The Mayfield Project 2010

The Four Layers of Place

a “sense of place” – more important than ever.

The following paper comprises an extract from the presentation by Allan tranter at the 2007 LGMA Conference in Hobart. The second extract will be published in the next edition and will focus on why local government has the right vision but has difficulty in delivery.

The “Four Layers of Place” has been developed by Creating Communities Pty Ltd and is copyright.

We live in an era where there is more nomadic movement of people than has ever occurred in history. This transience has meant that people have not just becoming disconnected from the geographical places in which they reside for a period and move on, but they have lost their connection to other people.

There are two ends of the spectrum of the movement of people. At one end are those that are forced to move in search of employment, by warfare, famine, by poverty, rising costs of accommodation and the like. At the other end of the spectrum are those that can choose to live, holiday and/or work wherever their current whim takes them. No matter the motivation the loss of depth of relationships is strong.

In Australia the spectrums of movement are epitomised by those that are leaving large cities as they can no longer afford to live there. Rent rises, cost of services and daily necessities such as food are forcing some people to seek cheaper options in country towns. Many of these people are dependent on government pensions for their income and are not interested in employment. There is also a drift to the city of rural people seeking employment.

The mining boom in certain parts of Australia has also led to a phenomenon called FIFO – fly-in, fly-out – where people work on site for a period of days or weeks and then return to their “home” for their days off.

On the other hand are the much reported sea-change or tree-change movers. People who, for a range of reasons, are choosing to move away from cities to locations, often coastal or in high natural amenity, inland areas, which offer a, seemingly, more attractive life style.

The results of the movement and disconnect can be witnessed in the diseases both physical and mental that are spiralling out of control in our society, a decrease in the sense of safety and security, a decline in the traditional clubs and organisations that networked people together, a reported decrease in volunteerism, a dramatic increase in the demand for government and institutional services, and much more.

People no longer know, trust, support or rely on the people that form their broader family network or those that live approximate to them in neighbourhood.

This disconnection to place and people has resulted in government and large institutions assuming the support role that was formerly played by family and friends to the point where the demand on services is crippling the very agencies that provide the services.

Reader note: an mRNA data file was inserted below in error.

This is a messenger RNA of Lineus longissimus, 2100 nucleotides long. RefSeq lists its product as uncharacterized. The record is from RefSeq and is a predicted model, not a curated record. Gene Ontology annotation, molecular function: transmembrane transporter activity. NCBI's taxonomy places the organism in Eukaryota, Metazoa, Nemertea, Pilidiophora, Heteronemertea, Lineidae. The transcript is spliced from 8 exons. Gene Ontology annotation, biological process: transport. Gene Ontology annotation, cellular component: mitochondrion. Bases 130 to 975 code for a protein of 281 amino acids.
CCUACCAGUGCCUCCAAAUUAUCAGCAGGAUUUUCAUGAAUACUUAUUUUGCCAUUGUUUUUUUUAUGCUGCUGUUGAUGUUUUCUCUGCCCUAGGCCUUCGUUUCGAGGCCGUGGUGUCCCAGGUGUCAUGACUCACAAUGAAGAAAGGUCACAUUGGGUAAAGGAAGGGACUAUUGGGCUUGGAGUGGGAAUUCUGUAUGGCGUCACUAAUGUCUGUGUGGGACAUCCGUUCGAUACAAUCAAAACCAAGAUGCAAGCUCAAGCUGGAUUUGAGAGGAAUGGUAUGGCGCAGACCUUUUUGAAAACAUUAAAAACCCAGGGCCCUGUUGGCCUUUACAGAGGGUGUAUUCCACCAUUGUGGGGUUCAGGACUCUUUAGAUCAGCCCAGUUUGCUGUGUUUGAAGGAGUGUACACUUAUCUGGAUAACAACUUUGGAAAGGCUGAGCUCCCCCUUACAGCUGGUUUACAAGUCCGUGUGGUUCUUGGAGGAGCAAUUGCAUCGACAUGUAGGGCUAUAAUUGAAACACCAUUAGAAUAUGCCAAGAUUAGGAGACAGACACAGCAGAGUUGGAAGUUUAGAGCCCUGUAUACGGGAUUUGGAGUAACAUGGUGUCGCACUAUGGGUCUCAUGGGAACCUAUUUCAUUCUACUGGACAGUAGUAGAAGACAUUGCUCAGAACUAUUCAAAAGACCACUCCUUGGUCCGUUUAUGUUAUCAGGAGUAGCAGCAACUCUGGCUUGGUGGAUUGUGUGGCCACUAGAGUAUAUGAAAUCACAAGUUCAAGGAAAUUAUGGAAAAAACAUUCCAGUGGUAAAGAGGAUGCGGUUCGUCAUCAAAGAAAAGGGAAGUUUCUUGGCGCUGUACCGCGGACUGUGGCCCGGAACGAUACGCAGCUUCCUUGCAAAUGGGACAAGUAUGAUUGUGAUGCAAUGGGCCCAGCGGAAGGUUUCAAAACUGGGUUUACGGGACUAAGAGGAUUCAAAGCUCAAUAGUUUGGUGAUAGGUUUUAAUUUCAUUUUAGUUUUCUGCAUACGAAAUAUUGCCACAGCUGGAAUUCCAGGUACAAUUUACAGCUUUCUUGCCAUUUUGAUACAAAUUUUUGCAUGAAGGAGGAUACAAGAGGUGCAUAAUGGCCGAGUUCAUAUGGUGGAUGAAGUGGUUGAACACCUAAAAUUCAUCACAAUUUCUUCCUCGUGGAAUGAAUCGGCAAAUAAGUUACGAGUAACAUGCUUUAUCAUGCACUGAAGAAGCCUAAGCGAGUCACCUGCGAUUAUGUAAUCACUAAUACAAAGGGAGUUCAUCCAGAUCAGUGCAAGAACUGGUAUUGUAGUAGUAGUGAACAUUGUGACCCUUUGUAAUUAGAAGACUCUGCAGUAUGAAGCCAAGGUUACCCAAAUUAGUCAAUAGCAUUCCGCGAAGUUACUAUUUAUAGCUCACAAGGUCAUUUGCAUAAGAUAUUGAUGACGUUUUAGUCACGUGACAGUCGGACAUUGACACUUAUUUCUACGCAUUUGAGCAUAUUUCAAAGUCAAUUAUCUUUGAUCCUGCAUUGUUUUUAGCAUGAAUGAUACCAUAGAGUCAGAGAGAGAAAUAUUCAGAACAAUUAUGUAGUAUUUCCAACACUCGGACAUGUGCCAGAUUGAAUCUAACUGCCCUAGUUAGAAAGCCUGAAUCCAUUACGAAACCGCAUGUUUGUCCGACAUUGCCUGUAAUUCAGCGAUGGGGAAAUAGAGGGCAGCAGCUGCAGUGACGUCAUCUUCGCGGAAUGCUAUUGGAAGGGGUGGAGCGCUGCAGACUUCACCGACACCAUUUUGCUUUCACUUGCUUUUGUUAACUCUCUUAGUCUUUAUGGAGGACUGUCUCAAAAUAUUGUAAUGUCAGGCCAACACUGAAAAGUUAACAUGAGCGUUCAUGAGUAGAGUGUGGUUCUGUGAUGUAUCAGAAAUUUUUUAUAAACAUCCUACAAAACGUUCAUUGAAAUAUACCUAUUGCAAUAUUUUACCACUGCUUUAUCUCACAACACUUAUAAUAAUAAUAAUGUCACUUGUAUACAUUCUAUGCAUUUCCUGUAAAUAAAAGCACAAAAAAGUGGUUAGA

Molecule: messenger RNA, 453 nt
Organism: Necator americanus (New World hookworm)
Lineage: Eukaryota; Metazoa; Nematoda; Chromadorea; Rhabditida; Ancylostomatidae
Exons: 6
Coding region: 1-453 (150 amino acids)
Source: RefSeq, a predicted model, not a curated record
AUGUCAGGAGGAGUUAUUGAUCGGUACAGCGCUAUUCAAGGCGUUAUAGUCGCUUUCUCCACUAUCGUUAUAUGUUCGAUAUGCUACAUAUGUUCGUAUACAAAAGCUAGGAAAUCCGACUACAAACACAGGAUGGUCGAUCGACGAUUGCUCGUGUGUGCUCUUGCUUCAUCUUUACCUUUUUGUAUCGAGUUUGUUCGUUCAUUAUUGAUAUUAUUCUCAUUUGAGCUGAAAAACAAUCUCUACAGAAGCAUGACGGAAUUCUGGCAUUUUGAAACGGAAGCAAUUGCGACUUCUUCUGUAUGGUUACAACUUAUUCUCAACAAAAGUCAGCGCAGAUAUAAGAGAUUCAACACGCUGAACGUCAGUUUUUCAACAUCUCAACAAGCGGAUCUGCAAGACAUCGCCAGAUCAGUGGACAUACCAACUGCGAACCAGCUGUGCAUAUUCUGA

All of this is occurred at a time when other spheres of government are expecting local government to take a greater and greater role in the provision of services they have traditionally delivered without the reallocation of resources to enable this to occur.

The challenge. how to create a connection to place to counter worrying societal trends and achieve significant community and build the local economy without simultaneously bankrupting local government.

The notion of “sense of place” has been gaining currency as a means of not only addressing societal ills but of creating viable local economies, restoring civic pride, constructing community hubs and the like.

Four Layers of Place

It is important to explore the difference between creating a space which is “a nice place to go” verses the notion of “sense of place” which is about connection in a deeper sense than simply interacting with the physical environment, built or natural.

First Layer Venue

Main streets, parks, town squares, libraries, piazzas, sporting stadia, cultural facilities and amphitheatres are all excellent examples of the venue or physical environments that can be labelled place. The traditional approach to place has focussed on the provision ofthese beautiful physical environments. This is well and good but it is simply the first layer of place.

The provision of this layer is the province of the architect, urban planner, landscape designer, public artist …. all those who contribute to the creation of an amazingly beautiful place.

The assumption is that people will choose to use the venue when they desire .. or not! A “build it and they will come” approach.

So the first layer of place is the facility.

Second Layer Managed venue

The second layer of place is the creation of some sort of management model for the venue that encourages people to either hire it or make use of it in some other manner.